A new study finds that billionaires' fossil fuel investments make their carbon emissions over a million times worse than the average person.
— Democracy Now! (@democracynow) November 11, 2022
Increased transparency, accounting, and reporting of carbon emissions are the next most important steps. From one list of 220 billionaires who were invested in a total of 604 companies, 44% of these corporations report scope 1 and 2 emissions and only 24% report scope 3 emissions.
The scope 3 emissions of a company, also referred to as “value chain emissions”, represent the total scope 1 and 2 emissions of all the suppliers and partners in a company’s value chain. Scope 3 emissions often account for the majority of a company’s total emissions and, as such, are essential for accurate emissions reporting.
In the S&P 500, by comparison, 71% of companies report scope 1 and 2 emissions and 43% report scope 3 emissions.
Billionaires are choosing to invest in companies with below average transparency. Accountability must be increased in order to act on this issue.
The report includes suggestions for investors’ best practices as well. Investors should favour low-carbon companies and, when acting as principal or controlling shareholders, push for low-carbon activities within their companies.
All major investors should ensure that the companies in their portfolios
- improve the way they measure their carbon footprints
- commit explicitly to a scenario of a maximum 1.5°C of warming and achieve net zero by 2050
- translate commitments on climate change into an action plan with concrete reduction targets
- withhold finance for any new extraction of fossil fuels, coal-fired power generation, or oil from tar sands in high-income countries
- Limit projects in low and middle income economies to those that demonstrate that the public benefits exceed the costs of extraction, taking into account the risk of potentially stranded assets
- define a credible phase-out strategy for fossil fuels as a whole
The report also suggests that taxes be increased on any wealth that was generated by high-carbon or highly polluting activities.
So far, only the personal investments of billionaires have been discussed, but the relationship between average people and their investment-related emissions is also relevant to one common issue: pensions.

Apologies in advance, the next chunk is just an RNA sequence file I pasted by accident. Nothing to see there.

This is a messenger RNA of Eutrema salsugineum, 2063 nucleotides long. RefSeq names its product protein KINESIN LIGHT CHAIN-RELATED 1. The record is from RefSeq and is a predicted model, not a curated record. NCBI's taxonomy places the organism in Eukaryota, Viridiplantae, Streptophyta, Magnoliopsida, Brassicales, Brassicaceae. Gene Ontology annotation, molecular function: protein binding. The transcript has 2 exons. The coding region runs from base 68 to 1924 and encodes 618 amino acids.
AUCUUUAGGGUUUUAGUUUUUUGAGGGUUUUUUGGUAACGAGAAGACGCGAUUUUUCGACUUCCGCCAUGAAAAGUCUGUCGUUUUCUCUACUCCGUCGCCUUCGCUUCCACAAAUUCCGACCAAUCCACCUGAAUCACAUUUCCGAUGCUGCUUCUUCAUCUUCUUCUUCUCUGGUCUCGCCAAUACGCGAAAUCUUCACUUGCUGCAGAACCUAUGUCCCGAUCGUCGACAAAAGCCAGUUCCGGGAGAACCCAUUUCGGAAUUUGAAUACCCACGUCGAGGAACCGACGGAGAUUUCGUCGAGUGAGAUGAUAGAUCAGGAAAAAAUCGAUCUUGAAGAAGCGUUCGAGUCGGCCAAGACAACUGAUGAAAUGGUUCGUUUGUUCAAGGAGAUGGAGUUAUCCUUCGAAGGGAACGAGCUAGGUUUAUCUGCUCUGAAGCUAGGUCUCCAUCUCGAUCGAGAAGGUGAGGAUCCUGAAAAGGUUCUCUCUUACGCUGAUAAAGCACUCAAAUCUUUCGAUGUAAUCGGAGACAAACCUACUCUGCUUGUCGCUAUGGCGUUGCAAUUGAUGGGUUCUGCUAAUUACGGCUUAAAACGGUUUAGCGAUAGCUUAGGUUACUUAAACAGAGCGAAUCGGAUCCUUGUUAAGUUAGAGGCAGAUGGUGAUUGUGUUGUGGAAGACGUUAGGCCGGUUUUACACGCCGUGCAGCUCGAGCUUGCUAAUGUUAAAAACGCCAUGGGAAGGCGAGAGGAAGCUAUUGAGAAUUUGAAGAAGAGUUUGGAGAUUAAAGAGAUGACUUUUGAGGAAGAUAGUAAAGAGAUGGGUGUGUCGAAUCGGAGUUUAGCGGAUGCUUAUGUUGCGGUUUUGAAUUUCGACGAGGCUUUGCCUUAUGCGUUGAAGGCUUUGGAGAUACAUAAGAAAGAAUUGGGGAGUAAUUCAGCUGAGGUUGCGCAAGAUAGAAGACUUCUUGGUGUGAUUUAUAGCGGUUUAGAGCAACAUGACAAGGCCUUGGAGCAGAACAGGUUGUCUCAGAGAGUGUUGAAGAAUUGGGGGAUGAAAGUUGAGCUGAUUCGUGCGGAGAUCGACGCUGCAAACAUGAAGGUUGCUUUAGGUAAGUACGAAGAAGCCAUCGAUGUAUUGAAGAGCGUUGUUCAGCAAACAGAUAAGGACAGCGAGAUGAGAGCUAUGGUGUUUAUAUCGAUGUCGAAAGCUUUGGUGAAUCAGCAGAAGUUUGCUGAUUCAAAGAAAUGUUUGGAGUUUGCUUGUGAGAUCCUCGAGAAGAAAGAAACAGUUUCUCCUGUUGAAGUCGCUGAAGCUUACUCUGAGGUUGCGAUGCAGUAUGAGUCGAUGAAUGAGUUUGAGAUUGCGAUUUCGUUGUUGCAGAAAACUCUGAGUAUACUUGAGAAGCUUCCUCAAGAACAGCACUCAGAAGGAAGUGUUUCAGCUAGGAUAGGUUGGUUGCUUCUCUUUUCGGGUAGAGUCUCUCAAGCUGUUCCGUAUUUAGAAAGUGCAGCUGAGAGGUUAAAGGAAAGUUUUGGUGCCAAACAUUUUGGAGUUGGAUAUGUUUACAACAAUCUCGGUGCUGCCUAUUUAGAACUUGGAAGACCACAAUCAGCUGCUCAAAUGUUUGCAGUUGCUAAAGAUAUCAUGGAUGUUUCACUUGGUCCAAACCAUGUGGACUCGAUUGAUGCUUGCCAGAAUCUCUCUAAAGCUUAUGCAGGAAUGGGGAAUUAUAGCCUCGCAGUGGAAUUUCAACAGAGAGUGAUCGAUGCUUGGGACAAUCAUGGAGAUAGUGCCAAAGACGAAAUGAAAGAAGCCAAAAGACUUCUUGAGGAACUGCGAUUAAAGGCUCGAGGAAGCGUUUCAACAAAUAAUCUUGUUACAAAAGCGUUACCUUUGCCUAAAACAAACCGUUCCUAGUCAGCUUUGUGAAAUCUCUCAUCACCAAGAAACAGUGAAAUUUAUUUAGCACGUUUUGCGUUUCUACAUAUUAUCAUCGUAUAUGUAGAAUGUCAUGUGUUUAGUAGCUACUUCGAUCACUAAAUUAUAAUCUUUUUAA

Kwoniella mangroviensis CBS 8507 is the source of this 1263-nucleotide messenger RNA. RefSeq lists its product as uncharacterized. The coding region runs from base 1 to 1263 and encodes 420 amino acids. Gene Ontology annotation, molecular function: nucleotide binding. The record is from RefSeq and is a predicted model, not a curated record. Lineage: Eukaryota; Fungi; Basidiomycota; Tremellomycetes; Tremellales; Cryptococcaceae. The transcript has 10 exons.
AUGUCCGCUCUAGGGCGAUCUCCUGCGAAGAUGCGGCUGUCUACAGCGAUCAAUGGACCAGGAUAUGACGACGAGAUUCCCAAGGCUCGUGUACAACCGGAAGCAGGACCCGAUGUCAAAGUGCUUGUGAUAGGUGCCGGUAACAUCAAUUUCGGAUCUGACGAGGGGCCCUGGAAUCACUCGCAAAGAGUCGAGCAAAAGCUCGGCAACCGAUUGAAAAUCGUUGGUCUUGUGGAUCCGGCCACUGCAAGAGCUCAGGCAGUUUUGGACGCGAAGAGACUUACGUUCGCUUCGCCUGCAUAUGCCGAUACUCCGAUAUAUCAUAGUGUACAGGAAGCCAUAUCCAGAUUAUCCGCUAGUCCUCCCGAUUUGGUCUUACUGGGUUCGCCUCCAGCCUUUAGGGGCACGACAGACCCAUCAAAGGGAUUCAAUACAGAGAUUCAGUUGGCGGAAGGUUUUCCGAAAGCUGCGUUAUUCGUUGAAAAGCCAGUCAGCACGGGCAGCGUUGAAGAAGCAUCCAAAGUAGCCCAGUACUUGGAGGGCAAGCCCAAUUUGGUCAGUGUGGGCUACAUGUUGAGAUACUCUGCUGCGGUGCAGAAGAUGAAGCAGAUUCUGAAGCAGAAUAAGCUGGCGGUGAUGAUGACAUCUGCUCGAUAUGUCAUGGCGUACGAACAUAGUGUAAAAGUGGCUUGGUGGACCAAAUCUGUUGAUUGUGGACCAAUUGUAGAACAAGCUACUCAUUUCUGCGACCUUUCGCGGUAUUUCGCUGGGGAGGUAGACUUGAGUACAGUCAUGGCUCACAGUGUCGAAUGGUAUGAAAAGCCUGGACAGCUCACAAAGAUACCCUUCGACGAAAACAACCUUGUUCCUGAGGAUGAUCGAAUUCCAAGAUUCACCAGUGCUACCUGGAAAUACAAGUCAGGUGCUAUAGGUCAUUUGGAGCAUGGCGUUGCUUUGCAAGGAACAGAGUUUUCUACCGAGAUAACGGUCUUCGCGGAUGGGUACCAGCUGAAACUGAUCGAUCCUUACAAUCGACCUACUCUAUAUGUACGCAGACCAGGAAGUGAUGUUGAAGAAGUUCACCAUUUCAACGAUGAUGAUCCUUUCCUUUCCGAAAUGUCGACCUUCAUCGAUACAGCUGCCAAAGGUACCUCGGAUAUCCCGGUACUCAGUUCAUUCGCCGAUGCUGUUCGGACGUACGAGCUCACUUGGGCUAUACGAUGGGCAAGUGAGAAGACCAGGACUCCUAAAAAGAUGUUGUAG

In seven leading economies, $52 trillion is invested in pension funds. This presents a clear opportunity to leverage the power of investment in funding sustainable businesses. To put this figure into perspective, adjusting our infrastructure to be compatible with net zero emissions by 2050 will require $4 trillion of investment in the transition to clean energy.
The UK government is introducing measures that will require pension schemes to measure and publish their climate commitments, to encourage savers to invest in more sustainable funds.
Essentially, the report recommends reducing wealth inequality and, if this is not likely in the short term, increasing taxes and introducing artificial market signals that will incentivise billionaires to change the ways in which they invest.
Emissions inequality has been a focal point of COP27. Wealthier nations have pledged funding to poorer nations for loss and damage reparations, because developed nations have largely caused the climate crises whilst developing nations continue to be disproportionately affected by it.
Why shouldn’t this happen at the level of the individual as well? Billionaires have contributed disproportionately to the climate crisis whilst being financially able to insulate themselves from the effects of their actions. If wealthier nations are pledging to fund reparations, billionaires should have to pay as well.
Editor’s Note: The opinions expressed here by the authors are their own, not those of Impakter.com — In the Featured Photo: A superyacht in Greece. Featured Photo Credit: Claudio Poggio